The Forge at Ela Public Library,

Sadly, although makerspaces are extremely common in US libraries, we have very little in UK libraries – although there are a few rare examples – mostly programs involving 3D printing technology (see here).  However, I predict that these will be cropping up a lot in the future as the US programs tend to be incredibly popular. Also, introducing more makerspace programs into public libraries would be incredibly beneficial for the institutions themselves. As librarians of this time, we now must look beyond the concept of a public library as a home for books – we are needing to change and go beyond “physical item storage” – libraries are far more than that – they are study spaces, meeting places, and a space for computing and printing. However, as Burke (2014) puts it this “trend” of reshaping library spaces still has one fundamental turn to take – “one that tilts the work of libraries from information consumers and providers to information creators”. The work that is being achieved from these makerspace programs is helping this turn to come into play. If you are interested in knowing more about the topic, Williams and Willett (2019) offer an interesting perspective in their research paper that examines the role of the librarian in a landscape where they are required to take on the kind of role[s] that makerspaces and similar programs require. Through interviews with library staff they seek to gain understanding on how librarians are adjusting to their role shifting to that of an information professional or even a ‘teacher’ type role.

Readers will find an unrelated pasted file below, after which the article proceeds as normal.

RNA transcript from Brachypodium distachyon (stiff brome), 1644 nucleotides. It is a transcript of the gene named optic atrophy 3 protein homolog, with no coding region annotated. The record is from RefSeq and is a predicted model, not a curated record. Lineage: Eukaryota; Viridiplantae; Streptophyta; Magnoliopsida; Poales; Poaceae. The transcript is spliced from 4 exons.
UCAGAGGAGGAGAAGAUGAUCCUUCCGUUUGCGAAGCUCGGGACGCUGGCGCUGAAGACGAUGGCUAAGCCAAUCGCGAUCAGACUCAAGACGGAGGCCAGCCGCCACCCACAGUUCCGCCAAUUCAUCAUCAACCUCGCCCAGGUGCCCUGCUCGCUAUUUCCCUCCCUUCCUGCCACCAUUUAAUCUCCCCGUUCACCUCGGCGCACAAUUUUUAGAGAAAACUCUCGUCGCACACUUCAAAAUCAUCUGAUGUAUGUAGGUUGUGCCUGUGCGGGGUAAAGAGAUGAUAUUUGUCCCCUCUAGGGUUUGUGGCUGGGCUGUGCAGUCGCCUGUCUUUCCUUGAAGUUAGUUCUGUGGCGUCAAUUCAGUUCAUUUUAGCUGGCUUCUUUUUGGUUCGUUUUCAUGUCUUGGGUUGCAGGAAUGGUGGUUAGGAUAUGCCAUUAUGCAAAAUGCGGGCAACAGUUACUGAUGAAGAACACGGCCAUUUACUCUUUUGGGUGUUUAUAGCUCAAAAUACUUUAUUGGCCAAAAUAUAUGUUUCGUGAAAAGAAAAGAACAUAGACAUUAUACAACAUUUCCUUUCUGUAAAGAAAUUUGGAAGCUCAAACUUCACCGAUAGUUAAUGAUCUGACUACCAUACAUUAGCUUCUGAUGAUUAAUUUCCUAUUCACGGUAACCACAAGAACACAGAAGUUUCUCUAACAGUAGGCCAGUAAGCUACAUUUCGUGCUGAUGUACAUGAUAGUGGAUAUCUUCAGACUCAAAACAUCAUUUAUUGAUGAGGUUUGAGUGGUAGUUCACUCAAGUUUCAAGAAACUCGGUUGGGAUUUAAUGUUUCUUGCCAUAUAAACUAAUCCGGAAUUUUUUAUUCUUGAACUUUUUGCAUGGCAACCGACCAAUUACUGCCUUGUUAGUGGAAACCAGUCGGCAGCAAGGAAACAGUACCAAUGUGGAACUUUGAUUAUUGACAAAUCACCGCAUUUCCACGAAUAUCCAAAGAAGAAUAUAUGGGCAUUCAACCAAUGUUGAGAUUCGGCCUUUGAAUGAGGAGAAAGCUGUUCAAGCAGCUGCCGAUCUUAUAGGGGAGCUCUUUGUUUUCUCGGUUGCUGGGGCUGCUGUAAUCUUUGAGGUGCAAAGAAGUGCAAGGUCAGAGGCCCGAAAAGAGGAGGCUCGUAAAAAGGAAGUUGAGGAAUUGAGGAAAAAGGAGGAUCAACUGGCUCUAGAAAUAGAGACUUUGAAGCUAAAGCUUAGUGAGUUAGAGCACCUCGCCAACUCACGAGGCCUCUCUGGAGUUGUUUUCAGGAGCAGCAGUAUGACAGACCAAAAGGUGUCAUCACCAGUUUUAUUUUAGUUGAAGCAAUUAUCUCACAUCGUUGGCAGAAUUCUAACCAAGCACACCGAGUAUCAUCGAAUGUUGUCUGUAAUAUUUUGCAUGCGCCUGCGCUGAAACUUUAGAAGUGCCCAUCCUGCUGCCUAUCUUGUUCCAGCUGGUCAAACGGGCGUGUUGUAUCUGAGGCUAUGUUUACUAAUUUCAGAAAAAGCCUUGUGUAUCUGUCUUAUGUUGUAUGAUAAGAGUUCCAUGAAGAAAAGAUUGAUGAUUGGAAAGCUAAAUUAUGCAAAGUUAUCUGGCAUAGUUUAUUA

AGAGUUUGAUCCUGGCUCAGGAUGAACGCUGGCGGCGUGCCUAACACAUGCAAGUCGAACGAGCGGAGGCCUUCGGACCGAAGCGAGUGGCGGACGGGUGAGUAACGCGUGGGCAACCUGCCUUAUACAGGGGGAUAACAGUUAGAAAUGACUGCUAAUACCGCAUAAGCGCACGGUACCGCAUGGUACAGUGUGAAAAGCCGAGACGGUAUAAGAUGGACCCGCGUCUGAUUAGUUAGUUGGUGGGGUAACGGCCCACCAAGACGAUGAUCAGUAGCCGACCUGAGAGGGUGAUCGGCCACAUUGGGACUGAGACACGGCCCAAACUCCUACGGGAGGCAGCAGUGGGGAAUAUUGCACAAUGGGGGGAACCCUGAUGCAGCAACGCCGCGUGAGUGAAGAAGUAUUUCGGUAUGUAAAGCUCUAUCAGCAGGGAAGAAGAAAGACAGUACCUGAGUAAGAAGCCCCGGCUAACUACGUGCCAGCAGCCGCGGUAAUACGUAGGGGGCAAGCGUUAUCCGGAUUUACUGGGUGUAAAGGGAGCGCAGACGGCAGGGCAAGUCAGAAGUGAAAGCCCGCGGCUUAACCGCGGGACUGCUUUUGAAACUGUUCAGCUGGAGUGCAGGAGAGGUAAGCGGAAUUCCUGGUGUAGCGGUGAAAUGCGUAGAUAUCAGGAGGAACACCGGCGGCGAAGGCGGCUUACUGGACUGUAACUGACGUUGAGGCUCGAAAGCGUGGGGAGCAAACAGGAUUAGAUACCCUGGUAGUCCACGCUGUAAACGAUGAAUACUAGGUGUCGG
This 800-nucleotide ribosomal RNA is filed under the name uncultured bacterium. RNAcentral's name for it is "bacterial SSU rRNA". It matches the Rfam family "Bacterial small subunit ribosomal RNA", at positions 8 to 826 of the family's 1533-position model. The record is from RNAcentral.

Many of these Makerspace programs give patrons access to technologies such as 3D printing, coding software, and AI technology. Access is the first barrier to gaining information literacy and this eliminates that first barrier straight away. Much of the research into the impact of these programs shows an incredibly positive impact on its users. Bers, Strawhacker, and Vizner’s 2018 study found, for the environments studied – children had shown “collaboration”, “communication”, “competence”, “innovation”, and “[gained] confidence using digital tools” after partaking in a makerspace program. Keune, Peppler, and Wohlwend (2019) offered an incredibly interesting perspective by looking in depth at a young, female engineering major who felt she had overcome the limitations of the STEM field which “acknowledges women’s expertise less than men’s” with the support of her makerspace program. Keune et al. note how the makerspace program allowed this young woman to build her portfolio, as well as share and build relationships and connections with other learners.